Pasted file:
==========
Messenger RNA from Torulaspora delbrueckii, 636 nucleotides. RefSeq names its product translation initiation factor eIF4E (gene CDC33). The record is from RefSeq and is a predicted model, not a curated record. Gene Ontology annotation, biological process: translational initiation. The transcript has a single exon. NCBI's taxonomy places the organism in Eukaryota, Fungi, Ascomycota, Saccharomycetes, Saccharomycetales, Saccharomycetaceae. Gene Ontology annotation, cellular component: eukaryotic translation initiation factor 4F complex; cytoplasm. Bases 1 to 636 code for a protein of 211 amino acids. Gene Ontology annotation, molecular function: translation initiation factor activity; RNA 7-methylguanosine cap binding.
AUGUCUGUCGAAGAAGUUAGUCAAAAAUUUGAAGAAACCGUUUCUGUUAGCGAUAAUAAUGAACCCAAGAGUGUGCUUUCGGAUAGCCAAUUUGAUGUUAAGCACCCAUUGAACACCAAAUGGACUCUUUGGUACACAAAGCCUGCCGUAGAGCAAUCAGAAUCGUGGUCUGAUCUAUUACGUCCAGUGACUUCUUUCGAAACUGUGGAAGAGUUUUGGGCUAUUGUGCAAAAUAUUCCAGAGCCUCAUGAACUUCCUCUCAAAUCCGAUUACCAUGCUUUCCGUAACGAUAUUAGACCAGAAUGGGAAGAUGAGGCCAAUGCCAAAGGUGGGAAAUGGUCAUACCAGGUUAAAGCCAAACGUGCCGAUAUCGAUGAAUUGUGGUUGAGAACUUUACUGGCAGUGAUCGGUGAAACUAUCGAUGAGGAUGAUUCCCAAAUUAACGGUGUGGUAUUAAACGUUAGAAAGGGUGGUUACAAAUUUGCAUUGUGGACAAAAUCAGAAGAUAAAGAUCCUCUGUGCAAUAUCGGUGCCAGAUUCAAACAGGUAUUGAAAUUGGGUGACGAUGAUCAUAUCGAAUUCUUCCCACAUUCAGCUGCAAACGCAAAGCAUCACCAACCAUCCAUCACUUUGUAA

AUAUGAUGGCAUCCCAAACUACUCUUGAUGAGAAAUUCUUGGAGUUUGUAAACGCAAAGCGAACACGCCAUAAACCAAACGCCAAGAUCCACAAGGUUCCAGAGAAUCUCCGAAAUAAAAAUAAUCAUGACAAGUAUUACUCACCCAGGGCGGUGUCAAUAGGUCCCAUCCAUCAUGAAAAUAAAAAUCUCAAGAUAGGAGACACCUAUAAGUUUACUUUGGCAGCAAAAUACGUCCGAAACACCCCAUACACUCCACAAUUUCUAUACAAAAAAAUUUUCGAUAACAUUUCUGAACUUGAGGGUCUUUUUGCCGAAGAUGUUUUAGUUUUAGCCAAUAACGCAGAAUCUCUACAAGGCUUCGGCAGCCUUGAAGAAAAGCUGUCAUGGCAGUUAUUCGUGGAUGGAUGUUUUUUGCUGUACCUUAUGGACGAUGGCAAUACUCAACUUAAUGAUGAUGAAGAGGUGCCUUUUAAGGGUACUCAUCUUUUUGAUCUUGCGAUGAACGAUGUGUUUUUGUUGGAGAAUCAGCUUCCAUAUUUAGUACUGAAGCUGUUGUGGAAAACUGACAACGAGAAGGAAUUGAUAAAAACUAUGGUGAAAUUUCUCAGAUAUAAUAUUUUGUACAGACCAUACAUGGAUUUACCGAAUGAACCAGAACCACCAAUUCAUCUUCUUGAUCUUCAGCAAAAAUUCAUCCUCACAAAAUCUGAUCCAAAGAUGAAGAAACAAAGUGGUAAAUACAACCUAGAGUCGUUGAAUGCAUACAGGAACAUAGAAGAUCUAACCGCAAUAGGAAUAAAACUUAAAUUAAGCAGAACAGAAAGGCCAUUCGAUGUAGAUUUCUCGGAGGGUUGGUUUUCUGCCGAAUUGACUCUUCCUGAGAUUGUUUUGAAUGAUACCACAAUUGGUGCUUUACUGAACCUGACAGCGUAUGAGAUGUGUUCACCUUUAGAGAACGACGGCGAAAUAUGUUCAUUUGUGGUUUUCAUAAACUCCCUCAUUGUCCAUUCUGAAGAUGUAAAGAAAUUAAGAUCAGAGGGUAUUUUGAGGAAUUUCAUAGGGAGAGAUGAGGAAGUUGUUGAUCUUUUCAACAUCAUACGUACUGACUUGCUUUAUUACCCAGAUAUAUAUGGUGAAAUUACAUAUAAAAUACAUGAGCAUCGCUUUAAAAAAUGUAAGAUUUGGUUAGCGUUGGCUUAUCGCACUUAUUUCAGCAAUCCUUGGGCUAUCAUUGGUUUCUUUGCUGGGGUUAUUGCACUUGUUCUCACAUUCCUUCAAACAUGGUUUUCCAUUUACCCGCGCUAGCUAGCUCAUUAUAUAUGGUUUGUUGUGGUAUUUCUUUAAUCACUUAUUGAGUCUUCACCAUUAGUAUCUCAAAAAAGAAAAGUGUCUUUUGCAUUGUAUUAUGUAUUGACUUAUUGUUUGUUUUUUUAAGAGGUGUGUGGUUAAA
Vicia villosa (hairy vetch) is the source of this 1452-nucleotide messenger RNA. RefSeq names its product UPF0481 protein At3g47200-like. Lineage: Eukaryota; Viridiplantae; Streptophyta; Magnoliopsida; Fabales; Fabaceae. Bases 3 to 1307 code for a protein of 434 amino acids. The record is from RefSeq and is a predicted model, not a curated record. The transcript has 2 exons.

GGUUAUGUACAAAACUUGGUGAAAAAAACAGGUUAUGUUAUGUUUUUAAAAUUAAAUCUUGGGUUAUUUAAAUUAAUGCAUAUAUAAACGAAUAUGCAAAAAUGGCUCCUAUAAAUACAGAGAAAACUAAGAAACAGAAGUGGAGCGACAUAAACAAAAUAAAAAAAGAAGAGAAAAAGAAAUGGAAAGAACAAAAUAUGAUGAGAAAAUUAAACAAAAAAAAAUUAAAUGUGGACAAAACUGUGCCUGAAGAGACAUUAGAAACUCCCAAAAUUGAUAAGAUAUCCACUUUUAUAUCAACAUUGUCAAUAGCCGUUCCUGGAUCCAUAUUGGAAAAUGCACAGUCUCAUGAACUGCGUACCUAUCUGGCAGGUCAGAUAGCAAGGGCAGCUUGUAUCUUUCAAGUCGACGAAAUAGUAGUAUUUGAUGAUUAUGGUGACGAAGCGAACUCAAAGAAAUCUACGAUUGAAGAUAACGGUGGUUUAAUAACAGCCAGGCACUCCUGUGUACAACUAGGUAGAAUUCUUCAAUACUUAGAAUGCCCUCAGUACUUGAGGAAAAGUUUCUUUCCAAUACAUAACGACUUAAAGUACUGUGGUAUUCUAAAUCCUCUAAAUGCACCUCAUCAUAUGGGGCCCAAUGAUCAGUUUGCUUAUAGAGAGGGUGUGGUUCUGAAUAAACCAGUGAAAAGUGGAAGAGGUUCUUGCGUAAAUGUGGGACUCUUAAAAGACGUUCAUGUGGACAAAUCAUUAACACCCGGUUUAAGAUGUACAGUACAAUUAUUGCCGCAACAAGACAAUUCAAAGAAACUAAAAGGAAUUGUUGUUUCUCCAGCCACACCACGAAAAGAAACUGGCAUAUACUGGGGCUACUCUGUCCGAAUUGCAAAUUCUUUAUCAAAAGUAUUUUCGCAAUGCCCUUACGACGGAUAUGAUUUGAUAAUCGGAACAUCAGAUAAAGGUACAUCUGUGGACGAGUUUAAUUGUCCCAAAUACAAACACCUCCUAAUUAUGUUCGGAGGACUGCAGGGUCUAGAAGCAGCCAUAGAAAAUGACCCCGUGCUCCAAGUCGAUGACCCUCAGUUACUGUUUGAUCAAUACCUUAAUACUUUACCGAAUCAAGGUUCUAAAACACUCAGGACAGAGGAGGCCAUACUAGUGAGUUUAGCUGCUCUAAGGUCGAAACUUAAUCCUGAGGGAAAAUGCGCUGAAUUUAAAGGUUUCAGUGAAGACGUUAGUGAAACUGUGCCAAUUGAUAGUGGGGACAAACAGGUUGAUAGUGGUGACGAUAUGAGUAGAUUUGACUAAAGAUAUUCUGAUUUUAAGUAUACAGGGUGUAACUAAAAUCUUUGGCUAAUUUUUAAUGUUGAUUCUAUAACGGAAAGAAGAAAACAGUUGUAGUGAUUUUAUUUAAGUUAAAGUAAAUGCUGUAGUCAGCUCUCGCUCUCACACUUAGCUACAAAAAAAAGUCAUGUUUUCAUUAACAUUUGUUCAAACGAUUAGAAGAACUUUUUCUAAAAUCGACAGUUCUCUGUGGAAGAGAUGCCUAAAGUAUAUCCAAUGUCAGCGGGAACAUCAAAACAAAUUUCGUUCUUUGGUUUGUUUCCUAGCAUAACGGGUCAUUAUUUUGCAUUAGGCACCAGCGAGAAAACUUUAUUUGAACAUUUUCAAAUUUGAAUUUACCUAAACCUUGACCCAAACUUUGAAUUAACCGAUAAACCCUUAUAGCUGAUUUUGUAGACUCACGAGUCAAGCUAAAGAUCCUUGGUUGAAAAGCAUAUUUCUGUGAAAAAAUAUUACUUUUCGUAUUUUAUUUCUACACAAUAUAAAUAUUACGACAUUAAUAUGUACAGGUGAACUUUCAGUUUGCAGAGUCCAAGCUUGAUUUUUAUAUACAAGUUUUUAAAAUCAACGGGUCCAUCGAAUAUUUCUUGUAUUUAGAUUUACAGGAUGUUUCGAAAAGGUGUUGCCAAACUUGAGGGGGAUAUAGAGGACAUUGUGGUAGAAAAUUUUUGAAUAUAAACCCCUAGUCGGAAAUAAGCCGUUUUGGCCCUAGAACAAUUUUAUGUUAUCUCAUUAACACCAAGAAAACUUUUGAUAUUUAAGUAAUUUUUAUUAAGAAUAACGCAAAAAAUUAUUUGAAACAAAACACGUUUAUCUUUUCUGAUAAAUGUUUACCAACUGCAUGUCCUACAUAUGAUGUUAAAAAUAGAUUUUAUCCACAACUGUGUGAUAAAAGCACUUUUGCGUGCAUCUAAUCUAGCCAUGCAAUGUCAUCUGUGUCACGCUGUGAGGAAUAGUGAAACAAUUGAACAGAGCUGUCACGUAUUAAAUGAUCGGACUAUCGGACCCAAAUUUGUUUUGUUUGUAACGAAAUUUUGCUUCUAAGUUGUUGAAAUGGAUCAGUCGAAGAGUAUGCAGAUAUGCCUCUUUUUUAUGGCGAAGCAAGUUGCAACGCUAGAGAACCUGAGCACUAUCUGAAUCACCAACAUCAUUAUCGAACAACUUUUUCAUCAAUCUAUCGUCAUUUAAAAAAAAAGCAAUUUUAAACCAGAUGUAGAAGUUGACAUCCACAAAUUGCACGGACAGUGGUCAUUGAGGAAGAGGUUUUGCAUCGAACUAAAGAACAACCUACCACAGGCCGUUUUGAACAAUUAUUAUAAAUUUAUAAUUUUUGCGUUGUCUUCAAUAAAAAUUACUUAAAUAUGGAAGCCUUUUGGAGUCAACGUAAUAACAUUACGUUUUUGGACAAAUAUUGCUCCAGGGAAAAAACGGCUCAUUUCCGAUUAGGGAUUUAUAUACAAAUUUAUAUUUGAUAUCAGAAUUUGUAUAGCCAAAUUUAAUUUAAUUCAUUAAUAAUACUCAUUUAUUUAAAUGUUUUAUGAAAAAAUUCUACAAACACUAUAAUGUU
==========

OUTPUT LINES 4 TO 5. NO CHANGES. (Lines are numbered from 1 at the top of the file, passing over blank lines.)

Vicia villosa (hairy vetch) is the source of this 1452-nucleotide messenger RNA. RefSeq names its product UPF0481 protein At3g47200-like. Lineage: Eukaryota; Viridiplantae; Streptophyta; Magnoliopsida; Fabales; Fabaceae. Bases 3 to 1307 code for a protein of 434 amino acids. The record is from RefSeq and is a predicted model, not a curated record. The transcript has 2 exons.

GGUUAUGUACAAAACUUGGUGAAAAAAACAGGUUAUGUUAUGUUUUUAAAAUUAAAUCUUGGGUUAUUUAAAUUAAUGCAUAUAUAAACGAAUAUGCAAAAAUGGCUCCUAUAAAUACAGAGAAAACUAAGAAACAGAAGUGGAGCGACAUAAACAAAAUAAAAAAAGAAGAGAAAAAGAAAUGGAAAGAACAAAAUAUGAUGAGAAAAUUAAACAAAAAAAAAUUAAAUGUGGACAAAACUGUGCCUGAAGAGACAUUAGAAACUCCCAAAAUUGAUAAGAUAUCCACUUUUAUAUCAACAUUGUCAAUAGCCGUUCCUGGAUCCAUAUUGGAAAAUGCACAGUCUCAUGAACUGCGUACCUAUCUGGCAGGUCAGAUAGCAAGGGCAGCUUGUAUCUUUCAAGUCGACGAAAUAGUAGUAUUUGAUGAUUAUGGUGACGAAGCGAACUCAAAGAAAUCUACGAUUGAAGAUAACGGUGGUUUAAUAACAGCCAGGCACUCCUGUGUACAACUAGGUAGAAUUCUUCAAUACUUAGAAUGCCCUCAGUACUUGAGGAAAAGUUUCUUUCCAAUACAUAACGACUUAAAGUACUGUGGUAUUCUAAAUCCUCUAAAUGCACCUCAUCAUAUGGGGCCCAAUGAUCAGUUUGCUUAUAGAGAGGGUGUGGUUCUGAAUAAACCAGUGAAAAGUGGAAGAGGUUCUUGCGUAAAUGUGGGACUCUUAAAAGACGUUCAUGUGGACAAAUCAUUAACACCCGGUUUAAGAUGUACAGUACAAUUAUUGCCGCAACAAGACAAUUCAAAGAAACUAAAAGGAAUUGUUGUUUCUCCAGCCACACCACGAAAAGAAACUGGCAUAUACUGGGGCUACUCUGUCCGAAUUGCAAAUUCUUUAUCAAAAGUAUUUUCGCAAUGCCCUUACGACGGAUAUGAUUUGAUAAUCGGAACAUCAGAUAAAGGUACAUCUGUGGACGAGUUUAAUUGUCCCAAAUACAAACACCUCCUAAUUAUGUUCGGAGGACUGCAGGGUCUAGAAGCAGCCAUAGAAAAUGACCCCGUGCUCCAAGUCGAUGACCCUCAGUUACUGUUUGAUCAAUACCUUAAUACUUUACCGAAUCAAGGUUCUAAAACACUCAGGACAGAGGAGGCCAUACUAGUGAGUUUAGCUGCUCUAAGGUCGAAACUUAAUCCUGAGGGAAAAUGCGCUGAAUUUAAAGGUUUCAGUGAAGACGUUAGUGAAACUGUGCCAAUUGAUAGUGGGGACAAACAGGUUGAUAGUGGUGACGAUAUGAGUAGAUUUGACUAAAGAUAUUCUGAUUUUAAGUAUACAGGGUGUAACUAAAAUCUUUGGCUAAUUUUUAAUGUUGAUUCUAUAACGGAAAGAAGAAAACAGUUGUAGUGAUUUUAUUUAAGUUAAAGUAAAUGCUGUAGUCAGCUCUCGCUCUCACACUUAGCUACAAAAAAAAGUCAUGUUUUCAUUAACAUUUGUUCAAACGAUUAGAAGAACUUUUUCUAAAAUCGACAGUUCUCUGUGGAAGAGAUGCCUAAAGUAUAUCCAAUGUCAGCGGGAACAUCAAAACAAAUUUCGUUCUUUGGUUUGUUUCCUAGCAUAACGGGUCAUUAUUUUGCAUUAGGCACCAGCGAGAAAACUUUAUUUGAACAUUUUCAAAUUUGAAUUUACCUAAACCUUGACCCAAACUUUGAAUUAACCGAUAAACCCUUAUAGCUGAUUUUGUAGACUCACGAGUCAAGCUAAAGAUCCUUGGUUGAAAAGCAUAUUUCUGUGAAAAAAUAUUACUUUUCGUAUUUUAUUUCUACACAAUAUAAAUAUUACGACAUUAAUAUGUACAGGUGAACUUUCAGUUUGCAGAGUCCAAGCUUGAUUUUUAUAUACAAGUUUUUAAAAUCAACGGGUCCAUCGAAUAUUUCUUGUAUUUAGAUUUACAGGAUGUUUCGAAAAGGUGUUGCCAAACUUGAGGGGGAUAUAGAGGACAUUGUGGUAGAAAAUUUUUGAAUAUAAACCCCUAGUCGGAAAUAAGCCGUUUUGGCCCUAGAACAAUUUUAUGUUAUCUCAUUAACACCAAGAAAACUUUUGAUAUUUAAGUAAUUUUUAUUAAGAAUAACGCAAAAAAUUAUUUGAAACAAAACACGUUUAUCUUUUCUGAUAAAUGUUUACCAACUGCAUGUCCUACAUAUGAUGUUAAAAAUAGAUUUUAUCCACAACUGUGUGAUAAAAGCACUUUUGCGUGCAUCUAAUCUAGCCAUGCAAUGUCAUCUGUGUCACGCUGUGAGGAAUAGUGAAACAAUUGAACAGAGCUGUCACGUAUUAAAUGAUCGGACUAUCGGACCCAAAUUUGUUUUGUUUGUAACGAAAUUUUGCUUCUAAGUUGUUGAAAUGGAUCAGUCGAAGAGUAUGCAGAUAUGCCUCUUUUUUAUGGCGAAGCAAGUUGCAACGCUAGAGAACCUGAGCACUAUCUGAAUCACCAACAUCAUUAUCGAACAACUUUUUCAUCAAUCUAUCGUCAUUUAAAAAAAAAGCAAUUUUAAACCAGAUGUAGAAGUUGACAUCCACAAAUUGCACGGACAGUGGUCAUUGAGGAAGAGGUUUUGCAUCGAACUAAAGAACAACCUACCACAGGCCGUUUUGAACAAUUAUUAUAAAUUUAUAAUUUUUGCGUUGUCUUCAAUAAAAAUUACUUAAAUAUGGAAGCCUUUUGGAGUCAACGUAAUAACAUUACGUUUUUGGACAAAUAUUGCUCCAGGGAAAAAACGGCUCAUUUCCGAUUAGGGAUUUAUAUACAAAUUUAUAUUUGAUAUCAGAAUUUGUAUAGCCAAAUUUAAUUUAAUUCAUUAAUAAUACUCAUUUAUUUAAAUGUUUUAUGAAAAAAUUCUACAAACACUAUAAUGUU